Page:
What makes orthotics custom made? I get asked this question on a regular basis. There’s a lot of marketing out there based on the word “orthotic” that makes it sound like a packaged insole is the same as a custom made orthotic from a Certified Canadian Pedorthist, but that’s just not the case.
The definition of the word orthotic according to the Merriam Webster dictionary is here: https://www.merriam-webster.com/dictionary/orthotic
That definition says this: a device (such as a brace or splint) for supporting, immobilizing, or treating muscles, joints, or skeletal parts which are weak, ineffective, deformed, or injured.
Basically the term “orthotic” does not mean just a foot orthotic. It can refer to anything that is supporting or stabilizing any part of the body. This is how companies are able to package off the shelf insoles and call them orthotics, because if those insoles offer a bit of support then yes, they fall into that category.
A custom made orthotic is a whole different ballgame. That term refers to foot orthotics that are custom made from scratch for a client. There are many ways to cast the foot, and I’ll leave that for another post. However once a cast is taken, often the next step is to make a plaster positive of the client’s foot, meaning I now have an exact representation of the foot in a corrected or neutral position.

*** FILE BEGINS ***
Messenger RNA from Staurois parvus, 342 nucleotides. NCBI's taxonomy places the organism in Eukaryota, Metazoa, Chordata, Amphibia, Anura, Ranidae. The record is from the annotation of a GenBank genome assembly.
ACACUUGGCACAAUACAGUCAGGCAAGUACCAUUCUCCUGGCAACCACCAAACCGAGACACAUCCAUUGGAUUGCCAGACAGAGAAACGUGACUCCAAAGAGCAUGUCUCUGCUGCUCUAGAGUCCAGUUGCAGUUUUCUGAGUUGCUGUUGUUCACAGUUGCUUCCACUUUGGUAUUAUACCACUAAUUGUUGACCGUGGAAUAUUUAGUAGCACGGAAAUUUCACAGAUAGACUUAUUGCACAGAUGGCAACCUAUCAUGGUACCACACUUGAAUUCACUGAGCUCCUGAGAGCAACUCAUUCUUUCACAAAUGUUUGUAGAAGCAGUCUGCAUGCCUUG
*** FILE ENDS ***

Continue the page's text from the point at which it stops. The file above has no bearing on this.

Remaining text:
Cleaning the cast refers to smoothing the plaster positive, and personally I use drywall screen as an abrasive for this. In the picture I’m holding the screen at the arch of the client’s cast, with the toes pointing down.
Creating a custom made orthotic takes many steps, many years of background knowledge and practice, and this is showing just one tiny part of a very involved process to create orthotics that are truly custom made for each and every foot.
Here’s to happy feet! ~JanelleShare